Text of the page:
The unique confluence of culture and circumstance which would become today's Seminole Tribe of Florida can be traced back at least 12,000 years, say researchers. There is ample evidence that the Seminole people of today are cultural descendants of Native Americans who were living in the southeastern United States at least that long ago. By the time the Spaniards "discovered" Florida (1513), this large territory held, perhaps, 200,000 Seminole ancestors in hundreds of tribes, all members of the Maskókî linguistic family.
The first Europeans brought with them new diseases (measles, smallpox, the common cold) that killed thousands of these indigenous people. Competition for land and resources by the warring Spanish, English, and French brought further death and displacement to the natives of the region.
The Spaniards called some of these indigenous Florida people cimarrones, or free people, because they would not allow themselves to be dominated by the Europeans. The word was taken into the Maskókî language and, by the mid 1800s, U.S. citizens referred to all Florida people as "Seminoles."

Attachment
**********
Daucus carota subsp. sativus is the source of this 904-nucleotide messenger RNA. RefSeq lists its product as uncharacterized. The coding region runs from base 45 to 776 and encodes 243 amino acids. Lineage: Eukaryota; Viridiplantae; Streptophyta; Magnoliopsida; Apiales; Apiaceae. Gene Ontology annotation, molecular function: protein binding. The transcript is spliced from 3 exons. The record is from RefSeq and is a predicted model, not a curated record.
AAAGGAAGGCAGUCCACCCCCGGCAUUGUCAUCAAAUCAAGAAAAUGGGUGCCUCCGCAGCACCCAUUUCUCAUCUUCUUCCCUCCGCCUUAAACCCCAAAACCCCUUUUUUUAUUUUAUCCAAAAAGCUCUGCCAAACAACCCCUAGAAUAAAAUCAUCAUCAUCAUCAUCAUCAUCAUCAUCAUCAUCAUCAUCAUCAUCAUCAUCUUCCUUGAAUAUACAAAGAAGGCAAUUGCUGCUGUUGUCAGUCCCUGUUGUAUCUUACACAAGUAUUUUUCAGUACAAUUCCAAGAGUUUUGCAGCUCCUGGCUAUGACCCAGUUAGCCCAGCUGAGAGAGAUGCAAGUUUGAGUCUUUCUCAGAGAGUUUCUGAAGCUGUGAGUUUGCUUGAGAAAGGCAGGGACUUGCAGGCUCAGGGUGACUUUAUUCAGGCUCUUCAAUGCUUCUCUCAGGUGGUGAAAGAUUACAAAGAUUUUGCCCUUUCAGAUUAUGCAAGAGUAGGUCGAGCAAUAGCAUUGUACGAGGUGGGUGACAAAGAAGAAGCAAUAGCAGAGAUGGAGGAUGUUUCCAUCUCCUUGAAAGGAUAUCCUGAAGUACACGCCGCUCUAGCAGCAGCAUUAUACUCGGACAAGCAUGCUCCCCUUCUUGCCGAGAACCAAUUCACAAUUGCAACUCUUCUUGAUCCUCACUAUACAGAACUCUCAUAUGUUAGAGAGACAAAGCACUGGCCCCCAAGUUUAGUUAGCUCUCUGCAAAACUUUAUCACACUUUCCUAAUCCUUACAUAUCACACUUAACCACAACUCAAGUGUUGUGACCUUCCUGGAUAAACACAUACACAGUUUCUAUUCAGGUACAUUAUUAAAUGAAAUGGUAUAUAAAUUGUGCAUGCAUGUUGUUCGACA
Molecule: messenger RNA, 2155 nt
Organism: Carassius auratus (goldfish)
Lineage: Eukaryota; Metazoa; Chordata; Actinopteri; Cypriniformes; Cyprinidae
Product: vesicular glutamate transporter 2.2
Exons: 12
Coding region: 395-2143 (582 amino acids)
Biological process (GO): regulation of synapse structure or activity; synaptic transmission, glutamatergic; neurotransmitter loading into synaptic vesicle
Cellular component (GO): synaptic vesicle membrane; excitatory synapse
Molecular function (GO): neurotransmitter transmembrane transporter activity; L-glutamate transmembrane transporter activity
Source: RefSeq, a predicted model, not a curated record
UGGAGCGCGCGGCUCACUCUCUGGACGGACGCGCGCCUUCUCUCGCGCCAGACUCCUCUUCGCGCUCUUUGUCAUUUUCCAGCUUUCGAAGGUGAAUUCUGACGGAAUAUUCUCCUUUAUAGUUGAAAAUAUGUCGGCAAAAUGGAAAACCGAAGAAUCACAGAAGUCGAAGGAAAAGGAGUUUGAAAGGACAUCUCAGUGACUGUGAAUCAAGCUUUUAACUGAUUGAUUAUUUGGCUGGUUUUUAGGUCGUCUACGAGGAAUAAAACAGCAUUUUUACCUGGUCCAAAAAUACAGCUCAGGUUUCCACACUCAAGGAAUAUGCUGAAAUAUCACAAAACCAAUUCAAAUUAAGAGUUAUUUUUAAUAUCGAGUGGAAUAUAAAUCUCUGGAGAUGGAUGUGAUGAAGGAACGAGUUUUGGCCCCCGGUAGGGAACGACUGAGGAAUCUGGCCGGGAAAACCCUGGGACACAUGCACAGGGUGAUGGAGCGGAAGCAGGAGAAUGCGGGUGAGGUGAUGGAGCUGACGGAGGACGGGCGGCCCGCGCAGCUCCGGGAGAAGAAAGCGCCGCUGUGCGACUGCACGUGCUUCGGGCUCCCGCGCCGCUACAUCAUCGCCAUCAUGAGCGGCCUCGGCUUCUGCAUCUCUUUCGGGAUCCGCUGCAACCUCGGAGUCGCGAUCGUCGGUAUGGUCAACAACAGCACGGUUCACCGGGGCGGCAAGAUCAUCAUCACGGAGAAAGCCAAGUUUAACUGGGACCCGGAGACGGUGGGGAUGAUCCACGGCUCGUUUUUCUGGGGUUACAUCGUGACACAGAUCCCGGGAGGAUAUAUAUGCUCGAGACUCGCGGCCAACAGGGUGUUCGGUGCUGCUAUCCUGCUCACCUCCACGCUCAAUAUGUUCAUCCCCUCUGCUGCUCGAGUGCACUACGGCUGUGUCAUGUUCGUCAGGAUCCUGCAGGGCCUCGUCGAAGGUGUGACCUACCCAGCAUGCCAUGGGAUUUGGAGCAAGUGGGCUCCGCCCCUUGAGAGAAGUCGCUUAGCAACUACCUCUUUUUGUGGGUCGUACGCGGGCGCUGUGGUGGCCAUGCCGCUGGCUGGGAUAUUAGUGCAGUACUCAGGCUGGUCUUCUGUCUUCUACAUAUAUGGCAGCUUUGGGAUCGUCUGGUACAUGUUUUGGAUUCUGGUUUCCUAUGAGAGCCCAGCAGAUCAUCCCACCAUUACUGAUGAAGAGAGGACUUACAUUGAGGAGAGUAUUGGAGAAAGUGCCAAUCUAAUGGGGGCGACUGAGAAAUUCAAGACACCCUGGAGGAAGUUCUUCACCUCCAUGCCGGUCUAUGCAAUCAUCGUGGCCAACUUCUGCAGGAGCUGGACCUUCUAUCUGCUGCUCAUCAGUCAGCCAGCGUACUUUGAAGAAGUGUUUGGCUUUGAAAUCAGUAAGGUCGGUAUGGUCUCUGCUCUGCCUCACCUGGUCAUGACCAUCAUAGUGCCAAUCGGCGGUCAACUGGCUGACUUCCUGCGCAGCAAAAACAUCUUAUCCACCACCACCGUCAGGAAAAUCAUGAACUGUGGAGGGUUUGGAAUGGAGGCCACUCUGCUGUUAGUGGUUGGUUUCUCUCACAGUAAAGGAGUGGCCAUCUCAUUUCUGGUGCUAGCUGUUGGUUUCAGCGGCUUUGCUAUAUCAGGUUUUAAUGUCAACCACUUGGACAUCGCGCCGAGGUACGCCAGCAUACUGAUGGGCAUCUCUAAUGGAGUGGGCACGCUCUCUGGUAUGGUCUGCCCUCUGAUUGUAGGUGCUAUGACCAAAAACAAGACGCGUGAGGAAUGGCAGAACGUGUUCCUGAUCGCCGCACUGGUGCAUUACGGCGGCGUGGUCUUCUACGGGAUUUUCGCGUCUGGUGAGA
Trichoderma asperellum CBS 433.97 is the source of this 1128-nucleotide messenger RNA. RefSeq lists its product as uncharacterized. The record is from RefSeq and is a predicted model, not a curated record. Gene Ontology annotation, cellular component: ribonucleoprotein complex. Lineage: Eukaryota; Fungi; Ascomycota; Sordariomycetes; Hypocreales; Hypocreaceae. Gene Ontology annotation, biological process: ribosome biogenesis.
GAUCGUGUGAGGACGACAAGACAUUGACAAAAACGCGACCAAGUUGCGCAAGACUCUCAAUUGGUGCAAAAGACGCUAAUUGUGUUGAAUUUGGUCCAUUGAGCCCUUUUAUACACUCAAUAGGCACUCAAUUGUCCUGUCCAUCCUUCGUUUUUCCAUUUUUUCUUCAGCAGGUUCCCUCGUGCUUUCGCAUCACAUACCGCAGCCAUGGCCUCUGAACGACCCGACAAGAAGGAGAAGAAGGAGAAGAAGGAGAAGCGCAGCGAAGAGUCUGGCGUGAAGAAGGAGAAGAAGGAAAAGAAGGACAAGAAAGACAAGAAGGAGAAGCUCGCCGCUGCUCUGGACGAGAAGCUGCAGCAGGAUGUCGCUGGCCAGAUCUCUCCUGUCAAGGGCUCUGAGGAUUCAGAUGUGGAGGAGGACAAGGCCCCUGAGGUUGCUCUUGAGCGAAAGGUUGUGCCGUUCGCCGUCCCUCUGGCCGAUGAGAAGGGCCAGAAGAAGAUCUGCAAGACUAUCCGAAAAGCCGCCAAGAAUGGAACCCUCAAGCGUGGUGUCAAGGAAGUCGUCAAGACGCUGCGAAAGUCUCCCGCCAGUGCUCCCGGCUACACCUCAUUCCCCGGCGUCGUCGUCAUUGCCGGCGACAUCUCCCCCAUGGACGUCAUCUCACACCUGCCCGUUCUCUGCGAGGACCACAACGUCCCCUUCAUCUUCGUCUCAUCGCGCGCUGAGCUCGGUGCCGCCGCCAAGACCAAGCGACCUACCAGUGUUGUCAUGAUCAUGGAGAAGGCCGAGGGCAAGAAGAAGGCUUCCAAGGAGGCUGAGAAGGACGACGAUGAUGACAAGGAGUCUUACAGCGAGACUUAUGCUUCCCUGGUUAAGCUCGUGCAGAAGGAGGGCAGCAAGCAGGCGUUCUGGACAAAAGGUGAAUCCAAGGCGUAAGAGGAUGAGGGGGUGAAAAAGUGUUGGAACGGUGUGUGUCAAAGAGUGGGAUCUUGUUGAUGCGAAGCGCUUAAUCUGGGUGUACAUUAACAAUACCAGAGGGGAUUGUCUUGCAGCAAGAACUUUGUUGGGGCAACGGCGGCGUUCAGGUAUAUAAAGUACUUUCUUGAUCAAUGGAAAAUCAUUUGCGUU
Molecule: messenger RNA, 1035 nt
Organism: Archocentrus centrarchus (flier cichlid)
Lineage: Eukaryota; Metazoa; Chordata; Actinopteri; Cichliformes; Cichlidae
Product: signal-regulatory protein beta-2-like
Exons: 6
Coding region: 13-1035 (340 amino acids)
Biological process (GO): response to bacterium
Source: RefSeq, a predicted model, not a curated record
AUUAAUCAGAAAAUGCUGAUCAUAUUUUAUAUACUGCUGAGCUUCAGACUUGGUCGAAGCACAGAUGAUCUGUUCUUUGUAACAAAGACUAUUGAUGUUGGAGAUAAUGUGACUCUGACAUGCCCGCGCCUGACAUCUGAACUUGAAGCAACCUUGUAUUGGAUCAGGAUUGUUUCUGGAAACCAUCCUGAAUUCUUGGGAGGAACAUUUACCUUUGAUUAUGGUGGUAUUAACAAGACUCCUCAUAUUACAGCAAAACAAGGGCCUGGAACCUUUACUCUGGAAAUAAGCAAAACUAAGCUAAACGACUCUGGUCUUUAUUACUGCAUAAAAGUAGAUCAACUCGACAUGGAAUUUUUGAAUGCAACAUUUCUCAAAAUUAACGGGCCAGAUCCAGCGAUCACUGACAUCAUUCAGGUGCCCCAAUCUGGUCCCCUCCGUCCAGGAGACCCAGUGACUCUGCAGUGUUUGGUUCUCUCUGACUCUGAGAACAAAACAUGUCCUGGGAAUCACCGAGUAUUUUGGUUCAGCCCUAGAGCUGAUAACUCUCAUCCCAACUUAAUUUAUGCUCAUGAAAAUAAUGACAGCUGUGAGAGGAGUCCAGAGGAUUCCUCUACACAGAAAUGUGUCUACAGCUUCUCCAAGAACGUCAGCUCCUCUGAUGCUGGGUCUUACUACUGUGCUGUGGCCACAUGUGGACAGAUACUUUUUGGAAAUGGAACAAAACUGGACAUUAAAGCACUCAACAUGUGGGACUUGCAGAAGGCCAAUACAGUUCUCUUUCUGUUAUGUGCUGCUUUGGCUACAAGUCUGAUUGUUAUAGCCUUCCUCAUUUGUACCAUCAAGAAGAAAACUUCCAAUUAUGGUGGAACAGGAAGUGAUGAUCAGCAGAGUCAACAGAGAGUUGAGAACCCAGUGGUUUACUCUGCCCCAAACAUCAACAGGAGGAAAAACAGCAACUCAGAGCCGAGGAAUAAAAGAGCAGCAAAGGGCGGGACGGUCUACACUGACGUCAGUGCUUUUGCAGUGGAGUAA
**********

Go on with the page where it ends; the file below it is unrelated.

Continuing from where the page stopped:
Survivors of that devastating European intrusion amalgamated in the area that is now known as Florida. Early in the 18th century, the lives and homelands of many more indigenous peoples were similarly disruped, this time by American colonization efforts. Many were Maskókî speakers, from Indian towns across Georgia and Alabama.
Creek, Hitchiti, Apalachee, Mikisúkî, Yamassee, Yuchi, Tequesta, Apalachicola, Choctaw, and Oconee were joined by escaped slaves and others in the pursuit of better lives among the thick virgin forests, wide grass prairies and spring-fed rivers of interior Florida. They shared an instinct for survival and a commonalty of purpose: refusal to be dominated by the white man.